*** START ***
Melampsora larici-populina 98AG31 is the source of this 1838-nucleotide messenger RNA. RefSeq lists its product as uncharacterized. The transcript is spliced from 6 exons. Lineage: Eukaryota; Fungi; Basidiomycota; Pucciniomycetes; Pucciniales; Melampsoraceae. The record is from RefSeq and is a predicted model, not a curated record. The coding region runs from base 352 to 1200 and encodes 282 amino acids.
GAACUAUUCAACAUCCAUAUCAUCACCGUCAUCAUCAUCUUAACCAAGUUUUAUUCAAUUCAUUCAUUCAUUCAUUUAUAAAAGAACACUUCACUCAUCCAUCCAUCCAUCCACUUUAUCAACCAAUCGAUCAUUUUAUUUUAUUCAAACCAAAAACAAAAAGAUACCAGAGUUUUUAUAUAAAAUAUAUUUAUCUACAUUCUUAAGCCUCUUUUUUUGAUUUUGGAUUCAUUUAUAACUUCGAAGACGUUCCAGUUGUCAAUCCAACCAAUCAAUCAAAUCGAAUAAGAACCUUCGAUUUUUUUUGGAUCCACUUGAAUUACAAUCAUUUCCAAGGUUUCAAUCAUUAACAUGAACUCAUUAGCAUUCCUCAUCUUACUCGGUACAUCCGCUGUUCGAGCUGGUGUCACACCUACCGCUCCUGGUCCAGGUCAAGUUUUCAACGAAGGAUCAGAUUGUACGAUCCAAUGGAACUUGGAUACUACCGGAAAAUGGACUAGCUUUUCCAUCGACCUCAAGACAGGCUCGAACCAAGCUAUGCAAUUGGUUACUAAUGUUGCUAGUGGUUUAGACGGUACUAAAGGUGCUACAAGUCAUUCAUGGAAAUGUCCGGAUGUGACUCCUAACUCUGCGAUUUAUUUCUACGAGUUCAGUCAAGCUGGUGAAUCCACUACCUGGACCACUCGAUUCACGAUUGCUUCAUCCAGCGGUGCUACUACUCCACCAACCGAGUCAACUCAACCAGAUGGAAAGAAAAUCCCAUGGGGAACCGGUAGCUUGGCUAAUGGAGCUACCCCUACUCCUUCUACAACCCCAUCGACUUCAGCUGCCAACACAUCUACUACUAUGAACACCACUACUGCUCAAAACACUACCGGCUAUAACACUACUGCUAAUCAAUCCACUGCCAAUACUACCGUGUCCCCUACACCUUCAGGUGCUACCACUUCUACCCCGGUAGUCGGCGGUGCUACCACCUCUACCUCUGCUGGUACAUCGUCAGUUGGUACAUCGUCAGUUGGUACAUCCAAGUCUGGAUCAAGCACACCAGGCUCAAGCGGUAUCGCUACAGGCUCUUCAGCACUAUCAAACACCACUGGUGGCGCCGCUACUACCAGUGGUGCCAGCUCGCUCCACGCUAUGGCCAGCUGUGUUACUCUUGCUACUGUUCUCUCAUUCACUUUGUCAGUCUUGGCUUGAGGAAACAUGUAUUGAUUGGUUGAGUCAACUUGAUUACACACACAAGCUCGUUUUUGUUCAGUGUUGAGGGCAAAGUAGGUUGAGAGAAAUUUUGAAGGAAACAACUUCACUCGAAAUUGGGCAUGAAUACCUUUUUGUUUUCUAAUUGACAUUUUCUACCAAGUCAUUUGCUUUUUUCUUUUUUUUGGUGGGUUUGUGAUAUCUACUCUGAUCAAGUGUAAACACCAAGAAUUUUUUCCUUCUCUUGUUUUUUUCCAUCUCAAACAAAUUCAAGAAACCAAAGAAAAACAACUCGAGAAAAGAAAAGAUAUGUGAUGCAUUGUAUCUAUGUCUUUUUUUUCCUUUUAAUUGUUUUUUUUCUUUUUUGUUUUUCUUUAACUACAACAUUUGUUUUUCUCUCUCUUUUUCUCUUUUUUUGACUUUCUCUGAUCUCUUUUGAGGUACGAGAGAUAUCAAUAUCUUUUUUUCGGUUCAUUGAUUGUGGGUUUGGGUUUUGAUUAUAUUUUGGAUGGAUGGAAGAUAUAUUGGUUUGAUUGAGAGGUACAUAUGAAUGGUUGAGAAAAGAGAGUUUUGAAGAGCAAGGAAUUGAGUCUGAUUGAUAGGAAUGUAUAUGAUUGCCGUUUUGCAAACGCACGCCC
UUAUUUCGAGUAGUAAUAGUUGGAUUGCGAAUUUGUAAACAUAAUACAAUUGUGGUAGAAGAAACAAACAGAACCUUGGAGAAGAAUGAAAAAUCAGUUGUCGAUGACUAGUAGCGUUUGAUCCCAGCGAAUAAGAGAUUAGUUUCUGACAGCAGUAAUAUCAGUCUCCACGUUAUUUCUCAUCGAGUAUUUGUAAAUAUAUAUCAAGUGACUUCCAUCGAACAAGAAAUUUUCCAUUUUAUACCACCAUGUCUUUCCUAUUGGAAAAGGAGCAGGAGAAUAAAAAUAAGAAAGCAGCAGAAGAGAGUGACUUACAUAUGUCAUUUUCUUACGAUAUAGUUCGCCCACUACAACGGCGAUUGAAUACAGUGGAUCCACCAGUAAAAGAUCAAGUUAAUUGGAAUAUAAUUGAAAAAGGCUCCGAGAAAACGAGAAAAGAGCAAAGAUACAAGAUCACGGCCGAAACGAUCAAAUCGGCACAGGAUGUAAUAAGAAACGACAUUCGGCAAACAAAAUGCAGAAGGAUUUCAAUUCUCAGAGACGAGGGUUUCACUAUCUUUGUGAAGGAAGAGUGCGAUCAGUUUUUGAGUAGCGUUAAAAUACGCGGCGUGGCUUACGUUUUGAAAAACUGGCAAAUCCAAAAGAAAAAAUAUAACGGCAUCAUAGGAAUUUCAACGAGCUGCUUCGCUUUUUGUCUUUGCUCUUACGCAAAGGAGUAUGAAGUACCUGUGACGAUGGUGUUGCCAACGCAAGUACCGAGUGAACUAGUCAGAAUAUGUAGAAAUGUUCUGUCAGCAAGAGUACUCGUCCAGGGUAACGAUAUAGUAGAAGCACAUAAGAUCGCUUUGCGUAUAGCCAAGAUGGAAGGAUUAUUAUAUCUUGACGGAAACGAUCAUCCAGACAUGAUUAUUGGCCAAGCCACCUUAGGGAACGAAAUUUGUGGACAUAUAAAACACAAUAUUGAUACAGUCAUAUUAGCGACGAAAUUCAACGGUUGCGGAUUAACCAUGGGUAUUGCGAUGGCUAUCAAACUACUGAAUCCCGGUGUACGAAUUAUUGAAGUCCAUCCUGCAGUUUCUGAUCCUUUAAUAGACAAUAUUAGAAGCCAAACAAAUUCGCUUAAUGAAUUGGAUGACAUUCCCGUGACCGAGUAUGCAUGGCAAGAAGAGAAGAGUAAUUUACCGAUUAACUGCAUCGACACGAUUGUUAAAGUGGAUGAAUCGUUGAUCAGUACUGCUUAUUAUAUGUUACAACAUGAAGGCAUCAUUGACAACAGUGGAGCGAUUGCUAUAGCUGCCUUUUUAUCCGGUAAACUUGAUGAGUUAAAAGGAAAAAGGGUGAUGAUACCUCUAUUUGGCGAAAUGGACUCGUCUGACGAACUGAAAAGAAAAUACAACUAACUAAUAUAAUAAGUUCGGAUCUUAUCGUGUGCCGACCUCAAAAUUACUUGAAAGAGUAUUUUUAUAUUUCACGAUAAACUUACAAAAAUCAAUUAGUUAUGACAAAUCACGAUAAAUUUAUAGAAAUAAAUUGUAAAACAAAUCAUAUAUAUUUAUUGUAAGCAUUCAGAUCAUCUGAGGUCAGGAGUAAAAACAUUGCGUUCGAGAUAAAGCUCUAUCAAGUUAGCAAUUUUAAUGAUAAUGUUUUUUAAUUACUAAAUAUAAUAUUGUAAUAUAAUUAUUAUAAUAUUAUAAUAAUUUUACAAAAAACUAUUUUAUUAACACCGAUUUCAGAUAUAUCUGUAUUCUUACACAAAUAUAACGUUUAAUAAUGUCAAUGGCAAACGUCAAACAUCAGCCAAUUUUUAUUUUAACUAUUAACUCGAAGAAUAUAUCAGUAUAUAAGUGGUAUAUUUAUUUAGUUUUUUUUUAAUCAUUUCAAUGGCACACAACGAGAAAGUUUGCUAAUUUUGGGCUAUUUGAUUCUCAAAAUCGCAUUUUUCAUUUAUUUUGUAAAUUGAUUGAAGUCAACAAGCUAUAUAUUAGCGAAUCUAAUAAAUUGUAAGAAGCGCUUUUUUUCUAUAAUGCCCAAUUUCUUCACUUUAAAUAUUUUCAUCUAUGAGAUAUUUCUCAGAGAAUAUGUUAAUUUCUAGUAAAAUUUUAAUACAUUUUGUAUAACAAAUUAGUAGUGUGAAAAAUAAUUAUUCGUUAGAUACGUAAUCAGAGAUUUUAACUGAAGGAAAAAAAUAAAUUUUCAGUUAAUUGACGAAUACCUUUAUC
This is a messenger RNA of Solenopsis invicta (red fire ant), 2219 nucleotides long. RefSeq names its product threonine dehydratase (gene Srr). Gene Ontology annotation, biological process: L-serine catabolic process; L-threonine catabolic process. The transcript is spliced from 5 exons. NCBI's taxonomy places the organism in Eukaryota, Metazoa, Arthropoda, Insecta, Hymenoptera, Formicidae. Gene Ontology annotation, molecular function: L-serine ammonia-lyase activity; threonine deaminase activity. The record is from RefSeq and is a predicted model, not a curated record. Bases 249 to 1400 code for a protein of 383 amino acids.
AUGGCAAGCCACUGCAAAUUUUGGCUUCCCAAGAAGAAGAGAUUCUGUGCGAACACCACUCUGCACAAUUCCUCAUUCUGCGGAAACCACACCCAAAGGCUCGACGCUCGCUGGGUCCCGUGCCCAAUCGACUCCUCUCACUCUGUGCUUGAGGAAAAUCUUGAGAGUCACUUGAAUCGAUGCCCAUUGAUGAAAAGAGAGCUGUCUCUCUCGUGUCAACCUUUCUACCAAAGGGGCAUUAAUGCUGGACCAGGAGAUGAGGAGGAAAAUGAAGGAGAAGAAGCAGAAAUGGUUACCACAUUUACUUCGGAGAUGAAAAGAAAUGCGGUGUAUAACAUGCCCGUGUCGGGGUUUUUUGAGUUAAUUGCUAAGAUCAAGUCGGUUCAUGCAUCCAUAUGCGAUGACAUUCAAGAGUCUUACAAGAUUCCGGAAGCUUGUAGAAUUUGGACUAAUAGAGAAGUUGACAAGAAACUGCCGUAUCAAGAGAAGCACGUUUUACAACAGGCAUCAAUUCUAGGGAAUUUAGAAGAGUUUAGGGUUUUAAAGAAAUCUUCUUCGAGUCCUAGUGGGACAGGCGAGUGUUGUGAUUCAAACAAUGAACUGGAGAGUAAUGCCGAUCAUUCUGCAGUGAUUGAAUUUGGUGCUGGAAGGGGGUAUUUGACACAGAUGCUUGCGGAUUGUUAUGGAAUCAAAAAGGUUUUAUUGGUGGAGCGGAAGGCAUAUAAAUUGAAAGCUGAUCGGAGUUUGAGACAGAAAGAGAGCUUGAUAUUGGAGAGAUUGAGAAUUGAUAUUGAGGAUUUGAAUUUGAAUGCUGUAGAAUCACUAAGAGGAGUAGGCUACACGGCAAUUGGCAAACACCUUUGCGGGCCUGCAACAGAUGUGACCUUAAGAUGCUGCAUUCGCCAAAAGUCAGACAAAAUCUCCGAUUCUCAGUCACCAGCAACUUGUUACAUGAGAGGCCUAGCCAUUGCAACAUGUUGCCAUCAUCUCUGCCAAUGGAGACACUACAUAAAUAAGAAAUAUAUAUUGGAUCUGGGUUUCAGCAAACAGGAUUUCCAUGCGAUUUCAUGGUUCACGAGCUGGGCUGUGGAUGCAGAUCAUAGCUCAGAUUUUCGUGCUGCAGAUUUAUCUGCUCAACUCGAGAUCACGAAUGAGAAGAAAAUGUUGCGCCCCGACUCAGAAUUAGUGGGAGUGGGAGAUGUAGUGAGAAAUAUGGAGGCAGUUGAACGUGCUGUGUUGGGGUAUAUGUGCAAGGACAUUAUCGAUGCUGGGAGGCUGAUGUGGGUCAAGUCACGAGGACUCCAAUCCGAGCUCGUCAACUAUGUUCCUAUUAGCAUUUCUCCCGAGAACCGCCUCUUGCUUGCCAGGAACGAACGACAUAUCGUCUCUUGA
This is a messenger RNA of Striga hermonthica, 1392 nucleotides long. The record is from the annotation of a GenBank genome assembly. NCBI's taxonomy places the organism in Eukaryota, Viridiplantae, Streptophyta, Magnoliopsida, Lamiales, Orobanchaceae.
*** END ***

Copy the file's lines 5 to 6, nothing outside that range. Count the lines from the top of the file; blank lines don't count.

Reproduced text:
AUGGCAAGCCACUGCAAAUUUUGGCUUCCCAAGAAGAAGAGAUUCUGUGCGAACACCACUCUGCACAAUUCCUCAUUCUGCGGAAACCACACCCAAAGGCUCGACGCUCGCUGGGUCCCGUGCCCAAUCGACUCCUCUCACUCUGUGCUUGAGGAAAAUCUUGAGAGUCACUUGAAUCGAUGCCCAUUGAUGAAAAGAGAGCUGUCUCUCUCGUGUCAACCUUUCUACCAAAGGGGCAUUAAUGCUGGACCAGGAGAUGAGGAGGAAAAUGAAGGAGAAGAAGCAGAAAUGGUUACCACAUUUACUUCGGAGAUGAAAAGAAAUGCGGUGUAUAACAUGCCCGUGUCGGGGUUUUUUGAGUUAAUUGCUAAGAUCAAGUCGGUUCAUGCAUCCAUAUGCGAUGACAUUCAAGAGUCUUACAAGAUUCCGGAAGCUUGUAGAAUUUGGACUAAUAGAGAAGUUGACAAGAAACUGCCGUAUCAAGAGAAGCACGUUUUACAACAGGCAUCAAUUCUAGGGAAUUUAGAAGAGUUUAGGGUUUUAAAGAAAUCUUCUUCGAGUCCUAGUGGGACAGGCGAGUGUUGUGAUUCAAACAAUGAACUGGAGAGUAAUGCCGAUCAUUCUGCAGUGAUUGAAUUUGGUGCUGGAAGGGGGUAUUUGACACAGAUGCUUGCGGAUUGUUAUGGAAUCAAAAAGGUUUUAUUGGUGGAGCGGAAGGCAUAUAAAUUGAAAGCUGAUCGGAGUUUGAGACAGAAAGAGAGCUUGAUAUUGGAGAGAUUGAGAAUUGAUAUUGAGGAUUUGAAUUUGAAUGCUGUAGAAUCACUAAGAGGAGUAGGCUACACGGCAAUUGGCAAACACCUUUGCGGGCCUGCAACAGAUGUGACCUUAAGAUGCUGCAUUCGCCAAAAGUCAGACAAAAUCUCCGAUUCUCAGUCACCAGCAACUUGUUACAUGAGAGGCCUAGCCAUUGCAACAUGUUGCCAUCAUCUCUGCCAAUGGAGACACUACAUAAAUAAGAAAUAUAUAUUGGAUCUGGGUUUCAGCAAACAGGAUUUCCAUGCGAUUUCAUGGUUCACGAGCUGGGCUGUGGAUGCAGAUCAUAGCUCAGAUUUUCGUGCUGCAGAUUUAUCUGCUCAACUCGAGAUCACGAAUGAGAAGAAAAUGUUGCGCCCCGACUCAGAAUUAGUGGGAGUGGGAGAUGUAGUGAGAAAUAUGGAGGCAGUUGAACGUGCUGUGUUGGGGUAUAUGUGCAAGGACAUUAUCGAUGCUGGGAGGCUGAUGUGGGUCAAGUCACGAGGACUCCAAUCCGAGCUCGUCAACUAUGUUCCUAUUAGCAUUUCUCCCGAGAACCGCCUCUUGCUUGCCAGGAACGAACGACAUAUCGUCUCUUGA
This is a messenger RNA of Striga hermonthica, 1392 nucleotides long. The record is from the annotation of a GenBank genome assembly. NCBI's taxonomy places the organism in Eukaryota, Viridiplantae, Streptophyta, Magnoliopsida, Lamiales, Orobanchaceae.